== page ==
• Over just the last century, more than half of the world’s wetlands and watersheds have been destroyed and no longer exist in any capacity. Unsurprisingly, this has resulted in the loss of a very large amount of biodiversity, and also of numerous fisheries. In the US and Europe the loss of historic wetlands over the last century is in the 80-95% range.
  • A large majority of the groundwater now being pumped up from aquifers is being used by agriculture and industry.
  • Many of the largest rivers of Asia could effectively be gone by as soon as the end of the century due to the current rapid melting of associated glaciers.

Overpumping, Ground Subsidence, & Saltwater Intrusion

The overpumping of freshwater from aquifers, as noted previously, is a direct cause of ground subsidence and saltwater intrusion in coastal areas. What wasn’t stated previously is that as aquifer levels are drawn down, the quality of the water being pumped is generally being lowered, with rising levels of salinity (via ground salts), and also rising levels of grit and contaminants also being observed.

Something else to note on that count is that as aquifers are diminished, the natural outflows of the region — springs, etc. — experience much reduced outflows, or simply cease to exist.

In relation to this, the aforementioned experience of ground subsidence results in sinking land, which increases the danger of flood events in addition to reducing the capacity of the aquifer in question to hold water. It’s notable, for instance, that in some of the land surrounding Houston, Texas, ground levels have dropped by as much as 9 feet in recent decades due to extensive groundwater pumping.

Despite all of this, resistance to a reduction in pumping rates is often high, with those involved in agriculture in particular often fighting hard to stop the imposition of such an approach.

Accompanying ground subsidence in coastal regions is often saltwater intrusion into the aquifers being pumped — thereby diminishing the quality of the water, and often demanding costly treatment processes to allow continued potability.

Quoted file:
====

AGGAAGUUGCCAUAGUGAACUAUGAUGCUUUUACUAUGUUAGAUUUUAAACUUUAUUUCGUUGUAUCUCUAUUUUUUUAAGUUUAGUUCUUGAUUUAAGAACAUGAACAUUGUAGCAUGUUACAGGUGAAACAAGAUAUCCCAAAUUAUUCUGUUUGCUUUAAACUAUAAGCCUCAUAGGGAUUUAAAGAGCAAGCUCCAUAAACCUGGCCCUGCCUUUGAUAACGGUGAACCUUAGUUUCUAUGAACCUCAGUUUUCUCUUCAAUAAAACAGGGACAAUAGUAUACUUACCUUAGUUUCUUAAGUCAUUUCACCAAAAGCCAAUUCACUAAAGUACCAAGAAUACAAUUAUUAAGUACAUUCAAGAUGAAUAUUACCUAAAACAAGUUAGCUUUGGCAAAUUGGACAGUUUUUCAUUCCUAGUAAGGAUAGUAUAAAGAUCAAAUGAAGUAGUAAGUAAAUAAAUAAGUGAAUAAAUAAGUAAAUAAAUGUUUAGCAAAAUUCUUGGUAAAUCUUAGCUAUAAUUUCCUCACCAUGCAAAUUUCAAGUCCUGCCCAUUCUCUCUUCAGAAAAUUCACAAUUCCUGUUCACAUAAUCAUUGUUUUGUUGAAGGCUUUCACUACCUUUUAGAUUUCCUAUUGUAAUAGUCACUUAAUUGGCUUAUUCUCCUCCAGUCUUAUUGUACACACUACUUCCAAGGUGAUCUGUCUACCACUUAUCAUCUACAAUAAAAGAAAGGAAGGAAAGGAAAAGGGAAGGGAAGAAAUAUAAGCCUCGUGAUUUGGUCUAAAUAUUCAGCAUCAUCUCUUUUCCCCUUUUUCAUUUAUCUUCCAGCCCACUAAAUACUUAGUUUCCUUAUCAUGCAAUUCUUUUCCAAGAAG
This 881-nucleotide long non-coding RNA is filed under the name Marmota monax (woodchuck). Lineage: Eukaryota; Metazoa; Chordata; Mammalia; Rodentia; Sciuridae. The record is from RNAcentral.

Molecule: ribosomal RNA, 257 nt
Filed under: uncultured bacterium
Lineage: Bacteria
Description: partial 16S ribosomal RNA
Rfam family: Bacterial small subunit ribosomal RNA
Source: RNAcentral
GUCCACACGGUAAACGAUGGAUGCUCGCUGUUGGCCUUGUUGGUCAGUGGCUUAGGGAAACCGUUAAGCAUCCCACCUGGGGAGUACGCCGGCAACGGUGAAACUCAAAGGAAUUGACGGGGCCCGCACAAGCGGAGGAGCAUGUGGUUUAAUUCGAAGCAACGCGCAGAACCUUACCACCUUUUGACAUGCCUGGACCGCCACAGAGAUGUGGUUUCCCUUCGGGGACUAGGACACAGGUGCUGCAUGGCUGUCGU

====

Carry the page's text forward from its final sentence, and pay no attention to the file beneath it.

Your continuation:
Generally speaking, freshwater pumping in coastal regions allows saltwater to flow further inland than is otherwise the case, as do agricultural drainage systems. Sea level rise itself does as well, of course, as do the storm surges that accompanying powerful storms. This is all especially true in coastal regions where the aquifers are highly porous — in parts of New Jersey and Florida, for instance.

Groundwater Contamination & Pollution

In addition to problems of sheer freshwater unavailability are the fast increasing problems of freshwater contamination. Groundwater contamination has become an increasingly common problem in recent decades as industrial and agricultural productivity levels have been brought to unsustainable levels.

While contamination that ultimately is the result of industrial and agricultural activities is the most common type, increasing urbanization is another, as population-dense regions are often unable to deal effectively with the waste products that result without expensive systems (which some regions can’t afford). Ineffective wastewater treatment facilities, landfills, and fueling stations, for instance, are often sources of groundwater contamination in urban regions. Some regions, it should be noted, feature groundwater with high levels of arsenic or fluoride regardless of human activity, and aquifer reliance in those regions is thus dangerous.

An example of a dangerous but common type of groundwater contaminant deriving from human activities is nitrates, which is generally the result of agricultural activities. Other, more dangerous, compounds are also common groundwater pollutants, including various types of solvents, PAHs, heavy metals, hydrocarbons, pesticides, herbicides, other artificial fertilizers, radioactive compounds, pharmaceuticals and their metabolites, and various types of persistent chemical pollution.

Before closing this section, I suppose that hydraulic fracturing (fracking) as a means of extracting fossil oil and gas reserves deserves a mention. While the practice itself does not inherently need to be a cause of groundwater contamination, in practice it often is due to the reality that it is often pursued carelessly and that e companies involved have a tendency to dissolve when problems arise (with those involved simply starting a new firm afterwords).

Loss Of Glaciers, Climate Change, Rising Temperatures, & Increasing Atmospheric Moisture

Accompanying the depletion and contamination of groundwater freshwater resources, the world’s above-ground freshwater resources — largely glaciers, winter snowpack, and high-altitude lakes — are rapidly disappearing as well in many parts of the world.